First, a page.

Interview & Giveaway with Hannah Fielding

NRR: Hello Hannah! Thanks for taking the time to join us today. Can you tell us a little bit about yourself?

 I grew up in a rambling house overlooking the Mediterranean in Alexandria, Egypt. I was brought up to speak three languages: French with my half-French and half-Italian governess, English with my parents and Arabic with the staff.

I went to a French convent school, Notre Dame de Sion, and then I graduated with a BA in French literature from Alexandria University.

I have always had a very vivid imagination, and from the age of seven my governess taught me how to stimulate it, nurturing in me the love of telling stories: for each story she told me, I would tell her one in return.

After graduation my nomadic years began. I lived mainly in Switzerland, France, and England, and holidayed in other Mediterranean countries like Italy, Greece and Spain. After falling in love with my husband, I settled in Kent and I set up my own business renovating rundown cottages while bringing up my two children.

Once my business was flourishing, and my children had flown from the nest, I created room in my life for doing what I loved most – writing. I have always had a passion for books and creating stories. At school I used to write short romantic stories, which I circulated in class. From an early age I have kept a notebook and pen in my bag and next to my bed to jot down descriptions and impressions – a sort of a diary with a difference.

Now my husband and I spend half our time in our Georgian rectory in Kent, and the rest in our home in the South of France, where I write overlooking breathtaking views of the Mediterranean.

NRR: Burning Embers has been receiving very positive reviews. What are your top three reasons for writing this story?

 Burning Embers began not as a story, but as a vivid landscape in my mind. The seed of the ideas was sown many nears ago when, as a schoolgirl, I studied the works of Leconte de Lisle, a French Romantic poet of the 19th century. His poems are wonderfully descriptive and vivid – about wild animals, magnificent dawns and sunsets, exotic settings and colourful vistas. Then later on, I went on holiday to Kenya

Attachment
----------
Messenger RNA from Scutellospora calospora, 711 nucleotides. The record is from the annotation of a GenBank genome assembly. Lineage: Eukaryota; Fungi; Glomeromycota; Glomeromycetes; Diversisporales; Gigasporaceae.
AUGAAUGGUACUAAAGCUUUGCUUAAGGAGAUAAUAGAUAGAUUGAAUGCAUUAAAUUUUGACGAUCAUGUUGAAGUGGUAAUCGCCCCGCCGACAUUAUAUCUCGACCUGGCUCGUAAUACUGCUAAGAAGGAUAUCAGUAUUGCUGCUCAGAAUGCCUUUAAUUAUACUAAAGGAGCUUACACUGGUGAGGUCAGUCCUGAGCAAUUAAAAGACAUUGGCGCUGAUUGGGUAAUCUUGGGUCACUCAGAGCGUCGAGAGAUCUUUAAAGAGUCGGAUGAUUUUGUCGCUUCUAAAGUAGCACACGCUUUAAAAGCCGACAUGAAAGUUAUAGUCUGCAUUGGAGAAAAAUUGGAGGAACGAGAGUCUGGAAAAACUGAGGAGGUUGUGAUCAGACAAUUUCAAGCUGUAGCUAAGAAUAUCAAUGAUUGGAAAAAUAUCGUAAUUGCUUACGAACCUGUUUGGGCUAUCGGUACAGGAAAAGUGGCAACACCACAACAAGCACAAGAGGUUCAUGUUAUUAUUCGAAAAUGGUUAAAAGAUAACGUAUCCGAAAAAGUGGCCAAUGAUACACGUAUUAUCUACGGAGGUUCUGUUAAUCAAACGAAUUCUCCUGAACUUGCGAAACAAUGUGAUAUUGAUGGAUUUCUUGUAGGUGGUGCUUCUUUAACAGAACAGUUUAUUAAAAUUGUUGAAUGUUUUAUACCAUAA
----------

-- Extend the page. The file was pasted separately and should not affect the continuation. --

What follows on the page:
with my parents and I met our family friend Mr Chiumbo Wangai who often used to visit us. He was a great raconteur and told me extensively about his beautiful country, its tribes, its traditions and its customs. I was enthralled, and when I put pen to paper Burning Embers came to life. Burning Embers had to be written; there was too much about the place and its people that I felt passionate about.

I have had some of Leconte de Lisle’s beautiful poems translated into English by a friend, Mr John Harding. You can find them on my website at: http://www.hannahfielding.net/?cat=7.

NRR: What is your most important part of your writing process?

 The most important part of my writing process is without doubt my research. Not only do I try to visit the places I write about, but I use every research tool that our modern world offers. Books, internet, and documentaries – anything that I can get my hands on which will help me form the setting of a film in my mind where I can place my characters, knowing that their experience will be genuine and that my story will come from the heart.

NRR: What is your guilty pleasure?